Takeaway: Aging is a matter for everyone.

3. Aging is all about decline and disability.

The U.S. is undergoing big changes in the ratio of older and younger people.

These changes will affect you.

In  terms of health and long lives, now may be the best time in history to get old. 

According to data from the US government:

  • A man reaching age 65 today can expect to live, on average, until age 84.3.
  • A woman turning age 65 today can expect to live, on average, until age 86.6.

And those are just averages. About one out of every four 65-year-olds today will live past age 90, and one out of 10 will live past age 95.

Takeaway: We are living longer and healthier, too.

Want to know your life expectancy?

Use this simple Life Expectancy Calculator to get a rough estimate of how long you (or your spouse) may live.

Ok, that might be a little scary.

4.  Old people are sad and cranky.

Nope. Experiences of positive emotions such as happiness and enjoyment are highest in young and older adulthood. Experiences of negative moods, particularly worry, stress and anger, tend to decrease with age. Experiences of sadness are lowest in early and later adulthood compared to midlife.  As the researchers studied 300,000 people in all age groups concluded (somewhat wonkishly):

[Our] results are generally consistent with Baltes’  theory of increased “wisdom” and emotional intelligence with age (at least through middle age), wherein decreased negative affective states could be a result of increasing wisdom, and with Carstensen et al.’s socioemotional selectivity theory, wherein older people have an increased ability to self-regulate their emotions and view their situations positively.

Takeaway: general moods tend to brighten as we age.

 

Fact: older people worry less than young adults.

5.  Our aging brains will fail us.

The truth is that areas of both losses and gains in cognition in older age. Cognitive ability and intelligence are often measured using standardized tests. There are at least two categories of intelligence that show different rates of change across the life span. Fluid intelligence refers to information processing abilities, such as logical reasoning, remembering lists, spatial ability, and reaction time. Crystallized intelligence encompasses abilities that draw upon experience and knowledge. Measures of crystallized intelligence include vocabulary tests, solving number problems, and understanding texts.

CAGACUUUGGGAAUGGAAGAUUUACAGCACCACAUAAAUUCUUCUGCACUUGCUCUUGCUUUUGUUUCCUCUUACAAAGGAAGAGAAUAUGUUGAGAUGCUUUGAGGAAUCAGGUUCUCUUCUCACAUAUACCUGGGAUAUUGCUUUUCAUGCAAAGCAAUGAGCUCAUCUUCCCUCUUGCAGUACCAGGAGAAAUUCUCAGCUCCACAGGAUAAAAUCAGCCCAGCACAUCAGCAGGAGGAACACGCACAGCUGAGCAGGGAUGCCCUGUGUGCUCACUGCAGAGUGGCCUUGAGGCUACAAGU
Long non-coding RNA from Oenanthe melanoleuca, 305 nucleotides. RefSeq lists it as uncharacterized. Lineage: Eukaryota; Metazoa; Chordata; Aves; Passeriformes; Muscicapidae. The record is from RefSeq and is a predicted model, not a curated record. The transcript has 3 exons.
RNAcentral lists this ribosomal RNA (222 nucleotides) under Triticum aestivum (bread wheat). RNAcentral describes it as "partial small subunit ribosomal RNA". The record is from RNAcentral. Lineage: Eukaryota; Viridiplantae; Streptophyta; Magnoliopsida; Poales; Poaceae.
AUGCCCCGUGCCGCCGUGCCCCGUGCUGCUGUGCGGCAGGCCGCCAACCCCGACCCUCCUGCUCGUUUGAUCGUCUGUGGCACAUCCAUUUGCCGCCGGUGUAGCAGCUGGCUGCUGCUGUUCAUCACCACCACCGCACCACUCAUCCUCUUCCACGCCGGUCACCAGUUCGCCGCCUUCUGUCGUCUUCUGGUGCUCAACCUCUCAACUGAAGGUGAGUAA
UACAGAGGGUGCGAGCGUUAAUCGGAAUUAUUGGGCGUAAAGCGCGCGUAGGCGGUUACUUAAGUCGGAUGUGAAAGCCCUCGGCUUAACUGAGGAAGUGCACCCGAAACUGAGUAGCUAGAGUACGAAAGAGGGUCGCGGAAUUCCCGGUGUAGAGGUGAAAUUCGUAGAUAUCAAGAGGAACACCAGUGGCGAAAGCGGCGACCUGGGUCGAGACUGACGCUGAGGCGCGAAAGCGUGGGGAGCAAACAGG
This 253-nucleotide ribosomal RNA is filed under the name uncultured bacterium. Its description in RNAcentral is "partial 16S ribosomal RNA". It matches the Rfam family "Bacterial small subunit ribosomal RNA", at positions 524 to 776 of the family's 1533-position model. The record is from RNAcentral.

Many cognitive tests are exercises in mental gymnastics, in that as with physical gymnastics, they are designed to assess agility or flexibility but do not necessarily have direct counterparts in the everyday world.

However, in the real world when we face a challenge, “get ‘er done” is more than a matter of memory or quickness of mind.  Three major factors determine how well we can accomplish things:  the  “can do” (cognitive]ability), the “will do” (motivation), and “have done” (experience).  Brain researchers usually measure only the first factor. That’s why they are often surprised the older people do just fine in the workplace.

You know ’tis true.

Takeaway: The brain actually gets better and better at some real life problem-solving skills.*

* This trend levels off in the 60s and 70s and then declines in the very old.  And Myth #1 applies here, too!

 

 

There’s a reason older people do better on word tests.

Try this. Tell yourself your Life Story to uncover your Strengths.

 

This exercise might make it easier to see your strengths as you have exhibited them in the past. You may see opportunities for using them more frequently and/or more intensely.

When you are done, you may also see how the events in your life makes sense. And you may have inspiration about where you might go from here.

 

 

You Life is a Story

Finally, we haven’t even mentioned strength from Laughter, Humor and Silliness

Listen as Billy Collins, former poet laureate of the United States, reads his poem, Forgetfulness.

The poem starts at about 1.25. But the humor starts from the beginning.

In second poem, The Lanyard, substitute “grandmother” for “mother” and try not to weep through your laughter. There are not many 20-year-olds out there who could hear the depth of life and love spelled out in Collin’s brief tale.

Jessie F. Richardson Foundation